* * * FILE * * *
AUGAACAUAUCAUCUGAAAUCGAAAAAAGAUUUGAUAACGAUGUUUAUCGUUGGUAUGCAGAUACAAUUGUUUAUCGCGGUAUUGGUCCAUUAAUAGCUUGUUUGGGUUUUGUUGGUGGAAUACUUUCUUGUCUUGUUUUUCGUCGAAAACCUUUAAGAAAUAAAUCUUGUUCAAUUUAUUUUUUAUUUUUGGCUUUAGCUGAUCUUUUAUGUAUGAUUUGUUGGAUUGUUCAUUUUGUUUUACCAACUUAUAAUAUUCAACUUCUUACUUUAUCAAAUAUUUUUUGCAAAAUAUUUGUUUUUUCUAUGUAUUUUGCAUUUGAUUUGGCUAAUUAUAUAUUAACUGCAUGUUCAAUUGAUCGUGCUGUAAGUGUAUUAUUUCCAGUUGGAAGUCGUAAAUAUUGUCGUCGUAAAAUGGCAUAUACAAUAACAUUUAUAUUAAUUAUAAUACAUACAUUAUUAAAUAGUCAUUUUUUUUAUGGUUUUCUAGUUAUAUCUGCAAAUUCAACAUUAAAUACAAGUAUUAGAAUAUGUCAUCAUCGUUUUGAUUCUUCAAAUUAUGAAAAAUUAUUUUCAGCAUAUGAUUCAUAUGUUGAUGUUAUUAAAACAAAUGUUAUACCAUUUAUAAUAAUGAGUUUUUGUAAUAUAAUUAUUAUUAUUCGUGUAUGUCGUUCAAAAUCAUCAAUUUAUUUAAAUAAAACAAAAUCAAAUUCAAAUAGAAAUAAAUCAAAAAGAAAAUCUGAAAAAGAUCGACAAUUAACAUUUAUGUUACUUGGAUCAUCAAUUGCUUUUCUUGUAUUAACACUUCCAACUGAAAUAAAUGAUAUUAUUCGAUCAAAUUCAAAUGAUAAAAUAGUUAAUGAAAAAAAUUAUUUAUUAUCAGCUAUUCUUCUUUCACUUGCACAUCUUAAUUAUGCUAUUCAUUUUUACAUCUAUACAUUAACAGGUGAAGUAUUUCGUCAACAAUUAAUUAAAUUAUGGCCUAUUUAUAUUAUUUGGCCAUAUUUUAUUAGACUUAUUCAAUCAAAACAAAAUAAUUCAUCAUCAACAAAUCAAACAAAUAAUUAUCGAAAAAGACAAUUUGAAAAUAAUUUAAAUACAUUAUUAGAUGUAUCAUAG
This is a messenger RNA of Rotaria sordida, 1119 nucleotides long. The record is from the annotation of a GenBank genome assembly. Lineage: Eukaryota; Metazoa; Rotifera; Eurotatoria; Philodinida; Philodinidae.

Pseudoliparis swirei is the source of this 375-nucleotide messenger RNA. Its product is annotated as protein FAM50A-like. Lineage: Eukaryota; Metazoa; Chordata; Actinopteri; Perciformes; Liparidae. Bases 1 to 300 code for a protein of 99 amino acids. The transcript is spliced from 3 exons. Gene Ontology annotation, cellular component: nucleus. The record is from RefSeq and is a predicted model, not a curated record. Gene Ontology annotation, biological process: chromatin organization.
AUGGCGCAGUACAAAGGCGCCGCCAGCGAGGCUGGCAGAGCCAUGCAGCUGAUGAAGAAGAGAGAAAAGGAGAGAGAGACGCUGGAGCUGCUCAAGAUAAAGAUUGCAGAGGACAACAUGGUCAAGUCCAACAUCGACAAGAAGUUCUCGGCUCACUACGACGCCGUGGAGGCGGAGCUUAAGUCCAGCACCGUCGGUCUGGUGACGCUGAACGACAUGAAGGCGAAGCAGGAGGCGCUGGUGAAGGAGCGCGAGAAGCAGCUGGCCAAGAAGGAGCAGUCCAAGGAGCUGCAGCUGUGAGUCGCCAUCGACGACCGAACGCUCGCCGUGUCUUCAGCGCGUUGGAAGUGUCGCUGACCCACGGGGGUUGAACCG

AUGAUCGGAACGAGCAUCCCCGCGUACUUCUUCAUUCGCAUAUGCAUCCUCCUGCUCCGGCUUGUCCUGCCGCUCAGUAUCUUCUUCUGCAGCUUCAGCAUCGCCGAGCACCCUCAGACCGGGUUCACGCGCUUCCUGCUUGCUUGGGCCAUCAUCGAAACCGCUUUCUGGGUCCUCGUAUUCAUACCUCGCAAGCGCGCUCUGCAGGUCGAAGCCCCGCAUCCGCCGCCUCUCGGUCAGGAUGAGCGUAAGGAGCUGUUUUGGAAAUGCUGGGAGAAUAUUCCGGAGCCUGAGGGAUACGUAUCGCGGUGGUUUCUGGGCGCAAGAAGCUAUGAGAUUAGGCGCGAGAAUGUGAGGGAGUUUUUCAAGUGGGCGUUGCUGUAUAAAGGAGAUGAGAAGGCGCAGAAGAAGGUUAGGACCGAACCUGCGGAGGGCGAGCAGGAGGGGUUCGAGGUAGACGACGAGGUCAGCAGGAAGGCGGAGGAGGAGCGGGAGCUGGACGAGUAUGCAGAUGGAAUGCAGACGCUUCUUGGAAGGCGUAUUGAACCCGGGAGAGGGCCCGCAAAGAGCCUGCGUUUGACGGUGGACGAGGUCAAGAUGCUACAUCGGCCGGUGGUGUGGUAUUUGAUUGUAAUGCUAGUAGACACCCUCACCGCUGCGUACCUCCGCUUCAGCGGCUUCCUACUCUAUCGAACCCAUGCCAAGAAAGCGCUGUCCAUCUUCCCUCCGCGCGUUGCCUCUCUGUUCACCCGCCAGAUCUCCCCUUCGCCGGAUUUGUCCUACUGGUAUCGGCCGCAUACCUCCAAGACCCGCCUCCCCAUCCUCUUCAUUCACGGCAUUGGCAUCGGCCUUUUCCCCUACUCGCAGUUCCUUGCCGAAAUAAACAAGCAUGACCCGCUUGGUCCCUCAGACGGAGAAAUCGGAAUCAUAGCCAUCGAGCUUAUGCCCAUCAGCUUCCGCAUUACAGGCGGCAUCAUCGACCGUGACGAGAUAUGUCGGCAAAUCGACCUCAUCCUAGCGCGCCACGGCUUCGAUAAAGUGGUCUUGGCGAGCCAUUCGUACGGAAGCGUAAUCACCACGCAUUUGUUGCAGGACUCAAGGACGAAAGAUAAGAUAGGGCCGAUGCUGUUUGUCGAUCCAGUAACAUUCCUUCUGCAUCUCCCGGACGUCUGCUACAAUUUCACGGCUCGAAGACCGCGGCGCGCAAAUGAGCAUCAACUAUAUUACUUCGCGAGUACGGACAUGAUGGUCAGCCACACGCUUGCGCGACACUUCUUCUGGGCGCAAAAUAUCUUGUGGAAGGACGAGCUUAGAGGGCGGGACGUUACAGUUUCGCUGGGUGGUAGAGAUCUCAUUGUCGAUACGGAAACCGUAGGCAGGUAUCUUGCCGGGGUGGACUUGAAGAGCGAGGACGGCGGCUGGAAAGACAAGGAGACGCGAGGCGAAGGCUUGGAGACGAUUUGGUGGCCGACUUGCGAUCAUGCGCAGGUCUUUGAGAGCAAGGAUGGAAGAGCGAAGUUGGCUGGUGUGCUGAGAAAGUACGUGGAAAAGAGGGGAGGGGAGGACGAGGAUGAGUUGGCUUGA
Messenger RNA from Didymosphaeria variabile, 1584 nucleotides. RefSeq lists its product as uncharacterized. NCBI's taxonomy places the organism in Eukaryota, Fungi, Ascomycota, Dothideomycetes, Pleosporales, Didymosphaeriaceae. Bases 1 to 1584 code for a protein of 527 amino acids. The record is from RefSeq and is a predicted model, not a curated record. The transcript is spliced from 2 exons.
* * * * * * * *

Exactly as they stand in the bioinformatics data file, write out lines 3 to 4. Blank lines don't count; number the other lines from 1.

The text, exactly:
Pseudoliparis swirei is the source of this 375-nucleotide messenger RNA. Its product is annotated as protein FAM50A-like. Lineage: Eukaryota; Metazoa; Chordata; Actinopteri; Perciformes; Liparidae. Bases 1 to 300 code for a protein of 99 amino acids. The transcript is spliced from 3 exons. Gene Ontology annotation, cellular component: nucleus. The record is from RefSeq and is a predicted model, not a curated record. Gene Ontology annotation, biological process: chromatin organization.
AUGGCGCAGUACAAAGGCGCCGCCAGCGAGGCUGGCAGAGCCAUGCAGCUGAUGAAGAAGAGAGAAAAGGAGAGAGAGACGCUGGAGCUGCUCAAGAUAAAGAUUGCAGAGGACAACAUGGUCAAGUCCAACAUCGACAAGAAGUUCUCGGCUCACUACGACGCCGUGGAGGCGGAGCUUAAGUCCAGCACCGUCGGUCUGGUGACGCUGAACGACAUGAAGGCGAAGCAGGAGGCGCUGGUGAAGGAGCGCGAGAAGCAGCUGGCCAAGAAGGAGCAGUCCAAGGAGCUGCAGCUGUGAGUCGCCAUCGACGACCGAACGCUCGCCGUGUCUUCAGCGCGUUGGAAGUGUCGCUGACCCACGGGGGUUGAACCG